Monday, January 12, 2009

Not Even by Rocks

Continuing from here

Pattern-making is an intellectually and emotionally pleasing activity, but without some representative or mimetic function both process and product lack depth. Comparing apples to oranges is pattern-making but that doesn't make it worthwhile to anyone but the enthusiast. Mathematical pattern is seen as compelling because complexity is compelling and because mathematics is felt to describe the world at its foundations. But mathematics is still more rigorous as form than representation.

Philosophy can't claim to have such rigor either way. The human capacity for inventing analogies is boundless and the ability to test them is limited. The application of language in symbolic logic can't model our experience. Yet the use of word forms in the context of number and of numerical jargon in common language makes it easier to dream of an equivalence of one with the other, to argue for a representational formalism of language long after most mathematicians have been forced to give up on the dream of perfect order.

Imagine Colin McGinn as Ken Starr and his moralizing screeds on religion and democracy like a treatise on a cum-stained dress. At some point while reading you'll start to wonder if his interests are other than he claims. If Starr/McGinn were merely a writer this would have the makings of a novel or as read against itself an interesting book: the autobiography of a prosecutor as lecherous prude or of an atheist philosopher as Catholic moralist. Writing is pattern-making and an audience can enjoy an author's company without having to agree with his beliefs, or even think them anything but absurd.

Art is the objective description of subjective experience. A seven volume novel originating in a flash of memory brought on by the taste of a cookie isn't about the cookie but its significance to the author. And no one else would care if the novel weren't crafted in such a way as to provoke a related engagement in the reader. Words aren't cookies, which is why a novelist, even one who's spent her entire career writing stories about one event or period -even the Holocaust- is called a novelist: labeled by trade trade before subject. The error of many scientists and philosophers (and prosecutors) is to mistake their preoccupations with aspect of the world with the world itself -"I am the law"- to imagine they can close the gap between self and world, self and other, ignoring the mediating form of language.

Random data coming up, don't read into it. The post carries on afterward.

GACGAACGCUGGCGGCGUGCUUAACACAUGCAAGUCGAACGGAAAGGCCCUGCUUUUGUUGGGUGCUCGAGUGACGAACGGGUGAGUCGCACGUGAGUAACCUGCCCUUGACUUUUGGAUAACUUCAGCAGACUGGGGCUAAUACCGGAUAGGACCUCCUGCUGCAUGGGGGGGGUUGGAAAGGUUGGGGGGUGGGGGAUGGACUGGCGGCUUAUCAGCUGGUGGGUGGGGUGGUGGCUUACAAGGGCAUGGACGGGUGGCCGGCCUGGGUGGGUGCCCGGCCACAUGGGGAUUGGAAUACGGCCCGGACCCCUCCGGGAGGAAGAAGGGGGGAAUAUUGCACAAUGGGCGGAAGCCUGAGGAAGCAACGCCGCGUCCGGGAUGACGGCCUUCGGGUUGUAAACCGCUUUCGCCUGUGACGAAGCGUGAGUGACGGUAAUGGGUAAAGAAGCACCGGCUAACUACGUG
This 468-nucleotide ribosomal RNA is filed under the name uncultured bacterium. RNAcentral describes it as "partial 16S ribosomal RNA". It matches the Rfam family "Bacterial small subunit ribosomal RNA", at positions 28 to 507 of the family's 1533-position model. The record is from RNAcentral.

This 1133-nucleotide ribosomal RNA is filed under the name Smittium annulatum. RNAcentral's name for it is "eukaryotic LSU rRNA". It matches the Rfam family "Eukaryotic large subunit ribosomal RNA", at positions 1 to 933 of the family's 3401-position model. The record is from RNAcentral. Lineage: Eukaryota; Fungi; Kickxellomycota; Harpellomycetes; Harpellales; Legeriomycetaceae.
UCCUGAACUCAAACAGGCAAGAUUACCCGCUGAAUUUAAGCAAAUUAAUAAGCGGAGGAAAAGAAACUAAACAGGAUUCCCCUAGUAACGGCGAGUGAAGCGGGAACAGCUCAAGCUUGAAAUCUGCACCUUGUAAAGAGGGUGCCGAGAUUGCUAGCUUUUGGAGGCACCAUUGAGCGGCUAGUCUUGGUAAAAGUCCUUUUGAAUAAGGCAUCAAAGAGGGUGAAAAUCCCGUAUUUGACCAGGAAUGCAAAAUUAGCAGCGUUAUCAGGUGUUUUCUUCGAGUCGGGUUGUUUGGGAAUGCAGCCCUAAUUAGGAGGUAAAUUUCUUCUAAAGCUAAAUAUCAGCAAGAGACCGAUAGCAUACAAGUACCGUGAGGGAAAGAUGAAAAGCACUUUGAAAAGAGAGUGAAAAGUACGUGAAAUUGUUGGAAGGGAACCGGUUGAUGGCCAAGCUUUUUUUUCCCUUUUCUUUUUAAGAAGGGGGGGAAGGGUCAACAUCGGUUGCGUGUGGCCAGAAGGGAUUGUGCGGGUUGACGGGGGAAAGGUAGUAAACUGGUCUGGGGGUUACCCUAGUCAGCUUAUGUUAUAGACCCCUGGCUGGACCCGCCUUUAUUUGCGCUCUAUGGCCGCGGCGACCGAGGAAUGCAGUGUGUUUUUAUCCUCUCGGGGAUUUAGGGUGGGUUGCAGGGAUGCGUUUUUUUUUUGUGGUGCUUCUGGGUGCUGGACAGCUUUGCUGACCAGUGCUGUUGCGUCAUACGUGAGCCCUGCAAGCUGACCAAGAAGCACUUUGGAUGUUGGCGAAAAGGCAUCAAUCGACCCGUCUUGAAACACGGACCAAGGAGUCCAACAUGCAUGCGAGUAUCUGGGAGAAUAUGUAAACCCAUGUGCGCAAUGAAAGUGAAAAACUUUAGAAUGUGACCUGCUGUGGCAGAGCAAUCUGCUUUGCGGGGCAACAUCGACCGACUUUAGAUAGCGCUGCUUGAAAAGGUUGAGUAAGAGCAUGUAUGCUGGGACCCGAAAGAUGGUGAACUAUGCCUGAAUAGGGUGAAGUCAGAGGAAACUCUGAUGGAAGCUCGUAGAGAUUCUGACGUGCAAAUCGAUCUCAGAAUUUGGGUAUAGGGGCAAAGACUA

March 2008
I suppose it would be an arcane point, but (again) facts are mundane. Truths even at their simplest are mundanities compounded with values. The struggle for “objectivity” is the attempt to separate facts from values.

A month or so ago I scanned through a PBS documentary on space exploration, following the Cassini mission and the Huygens probe. After the landing on Titan one of the project managers, describing her near ecstasy as the data began coming in, referred to her relation to Titan as akin to love. This was said seemingly without self-consciousness or irony.

The rocks on Titan are facts. The landing didn’t change them atomically or Platonically. The desire for them or for knowledge about them, and all the psychological baggage that accrues to the process are something else. I was more fascinated by the wide-eyed childlike expression on the woman's face than by the rocks. That interest is what defines me as a humanist: an awareness of the difference between first and second order awareness, or first and second order curiosity.
Reason unmoored is hot air. McGinn's ecstasy of complexity is the ecstasy a mind and an ego, unchallenged by anything other than itself. Not even by rocks.
--
Jumping forward again, to May 24, 2009:
"An actual tree -coniferous, deciduous- is a non-contradictory thing but the 'living tree' of language is contradictory in essence."

No comments: